Cascade Components V4 Nomad LT Link Review
Tested by Alex Moschitti
What started as a side project one year ago has evolved into a slightly more time consuming endeavor for Cascade Components founder, Jimmy Davis. After breaking a rear triangle on his Santa Cruz Nomad, the mechanical engineer found himself with a bit of downtime while he waited for a replacement. As any engineer would do, Jimmy began to make parametric equations for leverage ratios, wheel travel and axle paths. After doing this, Jimmy came up with a hypothesis and set out to see if he could tweak the dimensions and accommodate a longer stroke and coil-sprung rear damper to customize the ride of his bike. After great success on the trail, Jimmy founded Cascade Components and began selling his LT Nomad link to the public. Since then he’s been hard at work and has also added Bronson and Megatower LT links to Cascade Component’s menu.
Jimmy sent us two links, one for the Megatower and another for a Nomad. We asked around and found two riding acquaintances with bikes that fit the bill and we passed them off. Over the last several months the riders have randomly texted us words of praise and thanks for their new upgrades. Here’s what you need to know.
Founder Jimmy Davis’ day job is a mechanical engineer at ClaroWorks, a short run production firm that specializes in mechanical engineering design services and part production. By having access to CNC and molding machines, Jimmy was able to take his Santa Cruz Nomad suspension theories, and start acting on them by machining links to tune the rate and travel of his Nomad.
Cascade Components’ V4 Nomad link is a CNC-machined piece and adds a nice industrial look to the otherwise rounded carbon tubes of Santa Cruz Bicycles is known for. Cascade Components offers the links in a few different color options should you like to add a little more flair to your ride.
Along with changing the look of your Santa Cruz Nomad, the Cascade Components link will provide a more progressive leverage curve, increase travel and lengthen the chainstays. By installing the link, Nomad owners also have the ability to increase the travel of their bike to 177mm or 190mm. Doing so requires running a 230mm x 60mm shock or 230mm x 65mm shock, respectively. It goes without saying that those looking for a bit more travel for big hits or bike park days with their Nomad will certainly see the value here.
*It is worth noting that owners need to understand by modifying their bike can come with repercussions, which we’ll address below.
Typically I’m not one to modify geometry or other factory settings on my mountain bike. I usually find factory flip chips offer me a pretty good overall feel and I can learn to ride anything with the right bars and stem. However, I recently had the opportunity to test the Cascade Components link on my Santa Cruz Nomad and I will never go back to the standard link, which I’ve ridden on for two years.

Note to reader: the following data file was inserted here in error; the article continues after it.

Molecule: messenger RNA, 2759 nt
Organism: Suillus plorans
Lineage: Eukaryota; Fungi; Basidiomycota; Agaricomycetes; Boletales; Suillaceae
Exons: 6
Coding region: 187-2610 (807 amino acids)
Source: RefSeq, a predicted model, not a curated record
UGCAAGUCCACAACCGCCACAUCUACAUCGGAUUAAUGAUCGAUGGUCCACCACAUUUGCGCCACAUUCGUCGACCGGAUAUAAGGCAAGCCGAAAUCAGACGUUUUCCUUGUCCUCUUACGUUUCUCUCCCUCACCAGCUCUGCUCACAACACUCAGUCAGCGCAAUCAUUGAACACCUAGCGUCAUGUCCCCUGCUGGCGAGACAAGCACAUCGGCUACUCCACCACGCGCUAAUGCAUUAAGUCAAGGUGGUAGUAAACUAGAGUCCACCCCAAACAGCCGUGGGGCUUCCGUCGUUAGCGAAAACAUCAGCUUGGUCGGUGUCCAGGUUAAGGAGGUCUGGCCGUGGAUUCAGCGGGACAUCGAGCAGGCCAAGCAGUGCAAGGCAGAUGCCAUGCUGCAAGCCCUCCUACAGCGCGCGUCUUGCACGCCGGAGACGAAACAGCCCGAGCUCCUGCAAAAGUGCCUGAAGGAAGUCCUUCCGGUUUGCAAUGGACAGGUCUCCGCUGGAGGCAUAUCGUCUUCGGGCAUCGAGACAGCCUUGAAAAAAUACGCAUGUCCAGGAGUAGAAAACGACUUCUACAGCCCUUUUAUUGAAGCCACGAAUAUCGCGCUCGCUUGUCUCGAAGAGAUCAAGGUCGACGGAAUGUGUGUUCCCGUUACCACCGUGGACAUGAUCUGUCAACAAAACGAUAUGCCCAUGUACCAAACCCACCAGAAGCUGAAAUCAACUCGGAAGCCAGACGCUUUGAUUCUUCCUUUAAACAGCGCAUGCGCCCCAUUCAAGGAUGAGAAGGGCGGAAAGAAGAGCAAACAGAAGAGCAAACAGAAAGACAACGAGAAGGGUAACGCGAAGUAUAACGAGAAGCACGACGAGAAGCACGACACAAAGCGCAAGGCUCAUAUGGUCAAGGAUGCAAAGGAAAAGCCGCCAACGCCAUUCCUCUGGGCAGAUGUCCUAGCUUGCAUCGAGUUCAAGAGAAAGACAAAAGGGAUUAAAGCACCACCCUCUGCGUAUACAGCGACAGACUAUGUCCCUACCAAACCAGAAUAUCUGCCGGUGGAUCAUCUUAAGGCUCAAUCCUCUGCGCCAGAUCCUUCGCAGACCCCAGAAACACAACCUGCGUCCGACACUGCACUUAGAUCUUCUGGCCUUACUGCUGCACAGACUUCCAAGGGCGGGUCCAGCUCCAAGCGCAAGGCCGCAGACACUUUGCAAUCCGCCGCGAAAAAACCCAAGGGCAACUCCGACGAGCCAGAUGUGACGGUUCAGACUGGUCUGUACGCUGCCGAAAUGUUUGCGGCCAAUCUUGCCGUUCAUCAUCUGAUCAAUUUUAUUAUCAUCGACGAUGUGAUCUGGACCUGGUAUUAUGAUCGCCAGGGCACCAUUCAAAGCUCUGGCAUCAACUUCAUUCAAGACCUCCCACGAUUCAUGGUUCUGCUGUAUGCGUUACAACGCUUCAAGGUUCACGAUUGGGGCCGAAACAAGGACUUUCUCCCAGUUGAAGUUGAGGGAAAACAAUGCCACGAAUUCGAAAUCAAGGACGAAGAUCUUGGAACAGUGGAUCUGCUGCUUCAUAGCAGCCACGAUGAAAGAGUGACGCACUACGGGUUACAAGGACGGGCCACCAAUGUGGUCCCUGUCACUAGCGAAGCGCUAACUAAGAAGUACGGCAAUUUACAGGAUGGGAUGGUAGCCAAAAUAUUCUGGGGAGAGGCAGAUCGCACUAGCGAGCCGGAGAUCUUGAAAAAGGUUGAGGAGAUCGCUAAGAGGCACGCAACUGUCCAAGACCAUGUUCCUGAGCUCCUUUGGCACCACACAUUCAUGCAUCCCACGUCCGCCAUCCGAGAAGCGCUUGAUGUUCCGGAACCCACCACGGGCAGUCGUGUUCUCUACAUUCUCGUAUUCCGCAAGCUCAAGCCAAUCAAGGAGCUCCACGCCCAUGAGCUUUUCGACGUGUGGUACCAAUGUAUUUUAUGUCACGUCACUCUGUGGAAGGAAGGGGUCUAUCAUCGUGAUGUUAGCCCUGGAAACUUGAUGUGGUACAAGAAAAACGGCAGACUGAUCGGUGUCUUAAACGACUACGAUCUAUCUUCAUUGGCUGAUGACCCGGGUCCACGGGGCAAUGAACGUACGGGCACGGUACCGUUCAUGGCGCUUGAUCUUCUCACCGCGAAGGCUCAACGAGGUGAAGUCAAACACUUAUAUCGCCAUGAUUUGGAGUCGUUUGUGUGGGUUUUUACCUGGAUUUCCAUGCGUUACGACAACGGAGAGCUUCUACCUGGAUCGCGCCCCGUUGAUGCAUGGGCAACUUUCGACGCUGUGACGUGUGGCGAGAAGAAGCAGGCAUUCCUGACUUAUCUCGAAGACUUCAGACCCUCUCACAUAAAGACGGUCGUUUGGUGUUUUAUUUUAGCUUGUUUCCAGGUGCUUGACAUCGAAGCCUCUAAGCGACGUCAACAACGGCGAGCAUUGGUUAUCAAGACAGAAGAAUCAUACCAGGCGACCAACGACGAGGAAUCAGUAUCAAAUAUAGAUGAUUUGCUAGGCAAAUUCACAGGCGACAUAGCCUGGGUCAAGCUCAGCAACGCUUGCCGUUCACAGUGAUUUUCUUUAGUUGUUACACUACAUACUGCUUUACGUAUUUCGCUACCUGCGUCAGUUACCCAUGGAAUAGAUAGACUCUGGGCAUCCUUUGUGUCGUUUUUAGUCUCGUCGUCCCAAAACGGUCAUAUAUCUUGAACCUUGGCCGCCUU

Installing the link took five minutes and was not overly complicated at all. I instantly felt a noticeable difference in the first 30mm of travel. The link firmed up the top end of my Fox Coil compared to the stock Santa Cruz OEM lower link. Another thing that I’ve been very pleased with is the single through-bolt on Cascade Components link. I’ve bent several shock bolts over the years and haven’t bent any since switching over.
Stability is the one word I would use to describe the benefits of changing my stock set up to the Cascade Components lower link. It lengthened my chainstays 6mm, which aided in high-speed stability. I chose to keep my stock shock to see if just the link alone would change the on-trail performance without bumping up the travel to 190mm.
I felt a dramatic difference in several aspects of my riding. First I noticed a big change in smaller washboard bumps and while cornering. The link helps keep the bike riding higher in its travel. I felt more confident as the terrain was smoother with the new link. I kept my compression and rebound the same and only added two clicks to my low speed compression. Like the George Foreman Grill, I set it, forget it and then, I sent it! Along with smoothing out the chatter on washboard trails and square-edge hits, I was really impressed with how well the bike helped prevent bottoming out. Whether it was landing a drop, casing a jump or major G-out compressions, I no longer felt that bottom out feel I’d grown used to. Once again, by remaining higher in the travel, I could ride faster and more confidently, which are things I am constantly striving for.
The Wolf’s Last Word
Learning how to set up you suspension and adjusting what isn’t right about your set up takes years for some racers. After testing the Cascade Components link, I think the average weekend warrior to the most seasoned pinner would benefit from the upgrade. Not only do I recommend using the Cascade Components link, but I would never go back to riding my bike without it.
More Progressivity Over Stock Link
Ability to Add Travel
Could Void Warranty
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